“It was dangerous,” Curtis said. “Sometimes, I was the person that kicked the door open and I had no idea what was going to happen. It was an adrenaline rush but at any given moment, I could get shot. It’s impossible to explain.”
Curtis said his superiors made it clear that they were preparing for a historic battle that would drive a major blow to the enemy and pave the way for law and order in Fallujah.
“You think to yourself, ‘I’m gonna be part of history,’ but at the same time, you’re there for a month and you’re wondering, ‘Is this going to be my day?” Curtis said. “You don’t know what’s going to happen day to day. You don’t know if you’re going to survive or end up in a body bag.”
Curtis and Devenport both survived the battle, but 95 of their brethren did not, including members of the 1/8. For Devenport, the death he witnessed in Fallujah hit him on a personal level.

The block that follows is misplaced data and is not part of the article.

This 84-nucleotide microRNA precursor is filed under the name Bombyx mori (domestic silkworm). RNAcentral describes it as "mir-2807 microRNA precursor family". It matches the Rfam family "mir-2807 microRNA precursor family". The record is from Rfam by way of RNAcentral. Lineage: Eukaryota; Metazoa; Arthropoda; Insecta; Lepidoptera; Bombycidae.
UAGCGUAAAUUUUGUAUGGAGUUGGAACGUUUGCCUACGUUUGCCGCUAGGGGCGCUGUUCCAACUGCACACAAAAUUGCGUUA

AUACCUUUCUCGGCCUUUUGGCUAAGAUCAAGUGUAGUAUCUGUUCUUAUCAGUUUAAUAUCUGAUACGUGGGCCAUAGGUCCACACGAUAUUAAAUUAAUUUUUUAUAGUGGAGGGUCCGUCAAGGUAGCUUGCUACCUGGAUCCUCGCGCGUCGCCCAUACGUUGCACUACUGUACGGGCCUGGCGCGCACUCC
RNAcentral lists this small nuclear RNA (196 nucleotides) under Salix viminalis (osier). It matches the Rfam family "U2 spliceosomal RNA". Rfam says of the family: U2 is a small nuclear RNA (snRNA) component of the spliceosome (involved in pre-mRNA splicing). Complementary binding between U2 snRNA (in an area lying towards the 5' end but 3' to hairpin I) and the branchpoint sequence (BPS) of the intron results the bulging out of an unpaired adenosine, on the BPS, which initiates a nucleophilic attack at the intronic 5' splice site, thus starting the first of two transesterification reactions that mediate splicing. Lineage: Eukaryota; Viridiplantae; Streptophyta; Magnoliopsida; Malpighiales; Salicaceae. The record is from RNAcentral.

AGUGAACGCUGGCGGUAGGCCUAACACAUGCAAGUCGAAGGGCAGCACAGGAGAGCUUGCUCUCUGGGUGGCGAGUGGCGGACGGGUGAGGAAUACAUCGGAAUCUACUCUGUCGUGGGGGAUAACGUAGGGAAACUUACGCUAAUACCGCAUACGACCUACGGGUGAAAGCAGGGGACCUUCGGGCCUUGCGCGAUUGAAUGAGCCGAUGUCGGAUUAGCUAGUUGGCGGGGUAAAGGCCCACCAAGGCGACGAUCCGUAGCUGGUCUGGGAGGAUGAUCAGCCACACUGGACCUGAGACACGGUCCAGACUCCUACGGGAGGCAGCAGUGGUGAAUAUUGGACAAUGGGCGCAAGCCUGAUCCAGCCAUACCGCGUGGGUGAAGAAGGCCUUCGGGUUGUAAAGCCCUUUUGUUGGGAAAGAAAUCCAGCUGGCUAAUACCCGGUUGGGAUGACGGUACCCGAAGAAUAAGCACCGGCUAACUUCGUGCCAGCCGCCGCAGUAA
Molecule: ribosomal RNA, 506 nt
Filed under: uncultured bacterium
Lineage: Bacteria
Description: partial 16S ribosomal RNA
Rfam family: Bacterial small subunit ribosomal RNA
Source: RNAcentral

“(1/8) lost 22 guys in Iraq, and 17 or so in Fallujah. That was the worst part,” Devenport said. “A lot of the guys we lost were young guys. They were killed before they could buy a beer in the country they were fighting for. It stung when they died because they did on our watch and we had to make sure they were OK. You understand that people die in war, but you still feel like you let them down.”
While in Fallujah, Devenport said the day was spent fighting and “putting your training in use,” but after the gun fire subsided at night, an internal battle began.
“When you’re fighting, that’s the only time you get a break from being scared,” Devenport said. “During your down time, though, you get scared. Maybe your buddy got hurt or one of your own died. You’re crying and you get mad. You’re angry at the entire world for what you’ve been in. You’re angry because it seems like (the Iraqis) don’t care about what we’re doing over there. But, when it’s morning, you gear up, you’re on the move again and it’s all done.”